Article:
FutureFive New Zealand - Consumer technology news & reviews from the future
Fri, 30th Oct 2020
FYI, this story is more than a year old

So, earlier in the week a box arrived from the USA with a shiny new Xbox Series X inside. As is often the case, I couldn't talk about, or even switch it on until the allotted time. Whilst I still can't tell you much about Microsoft's new console, I can show you what the box looks like and what is inside.

The front of the box proudly states that the console capable of 4K and 120 FPS and has a 1 TB SSD. There's also the logo for the new Xbox Velocity Architecture.

On the back we have an image of Halo's Master Chief and the Xbox Series X strapline “Power Your Dreams”. It also tells us that it is the fastest Xbox ever and that the Xbox Velocity Architecture redefines speed. It goes on to let players know that they can play thousands of games across four generations of Xbox and that there are 100+ quality games available with Xbox Game Pass.

I don't really want to sound like I'm fawning over a box, but the Xbox Series X packaging and presentation when you open in is very nice. Microsoft really what you to feel comfortable in the knowledge that you have purchased something very special.

Opening up the box and you are presented with the wrapped console, wrapped in a black protective cover with a paper band reinforcing the “Power your Dreams” messaging. Behind the console is a compartment with the new Xbox Series X controller and the accessories.

Lifting the console out with care, I was surprised just how heavy it was. Weighing a tad under 7kgs, the package isn't exactly light, most of the weight being the actual console itself. Microsoft have obviously packed quite a bit in the unit.

A lot of that weight will be the built-in power supply. We've moved on from the awkward power brick, with everything tucked nicely inside the console, with just a power lead connecting the device to the power socket.

Also included is a “ultra-high speed” HDMI cable. It's about 1.5m long. You need this if you want to make use of the 120Hz capabilities of the console. The Xbox One only had a cable marked “high speed”, so if you are upgrading, you need to be swapping out these cables as well.

Under the console, in the box, is a brief set-up guide detailing how to plug in the console and set it up via the new, updated Xbox app. The back of the card shows how to install the batteries and pair the controller.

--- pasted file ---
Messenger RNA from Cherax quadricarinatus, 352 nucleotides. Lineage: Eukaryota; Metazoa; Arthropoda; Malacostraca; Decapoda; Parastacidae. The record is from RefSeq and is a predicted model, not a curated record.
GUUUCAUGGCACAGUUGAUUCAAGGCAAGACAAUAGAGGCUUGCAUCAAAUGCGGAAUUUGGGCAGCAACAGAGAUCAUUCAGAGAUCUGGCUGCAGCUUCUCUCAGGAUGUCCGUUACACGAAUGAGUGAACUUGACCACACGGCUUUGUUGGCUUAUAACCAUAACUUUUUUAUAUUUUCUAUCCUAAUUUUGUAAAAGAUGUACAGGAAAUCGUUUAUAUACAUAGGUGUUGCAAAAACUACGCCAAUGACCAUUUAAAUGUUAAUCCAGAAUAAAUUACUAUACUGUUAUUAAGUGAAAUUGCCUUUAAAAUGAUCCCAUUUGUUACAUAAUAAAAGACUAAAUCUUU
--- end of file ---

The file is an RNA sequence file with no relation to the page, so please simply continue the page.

Before we look at the console, itself, let's check out the new controller. At first glance it looks the same as the Xbox One X controller. It's a little more refined than its predecessor, with a D-Pad similar to the Elite controllers. It doesn't look any different, size-wise, but there may be some subtle differences as it feels a little more comfortable in the hand. The grips have a nice stipple pattern that should make it easy to keep hold of it when things get frantic.

There is one new button on the front of the controller for sharing, I believe. There are no new control buttons. The bottom of the controller has an audio socket for headphones and an expansion port, the same as an Xbox One X/S controller. The micro-USB port and pairing button is on the top.

The battery bay is identical to the Xbox One controllers, so should fit your existing Xbox One rechargeable batteries.

The lid to the bay, however, is slightly different. This means 3rd-party rechargeable Xbox One battery modules may not fit.

Now onto the console itself. The Xbox Series X can be orientated horizontally, on four little rubber feet, or vertically, via a circular stand.

The front of the device has an on button in the shape of the Xbox logo. There's an eject button right next to the slot for the Ultra HD Blu-ray drive and there's a button for pairing controllers. The front of the console also has a Type-A USB socket.  

Assuming vertical orientation, the top has an interesting design that produces that “green glow” effect. The top is actually a fan exhaust port, you can just about see the fan though the top.

The rear of the console is packed with ports. Interestingly, there's a Kensington lock, as well, for securing the console. First, the basics; there's a socket for the power cable, an HDMI 2.1 socket and an Ethernet port.

There are two Type-A USB 3.1 sockets, but unfortunately no Type-C. The back of the console has the port into which the Seagate SSD expansion card is installed.

My take on this unboxing is that the packaging is nice and the console is well presented to new owners. The console, itself is a lot heavier than I thought it would be, but not quite as big.

The top of the console has a nice design to create an interesting effect. The controller looks reassuringly familiar, but seems a bit more comfortable compared to the Xbox One controller.

I wish I could say more. I can't right now, but it's an impressive package.

Video unboxing

FutureFive contributors Damian Price and Darren Seeto have each produced video unboxings for your viewing pleasure - check them out below.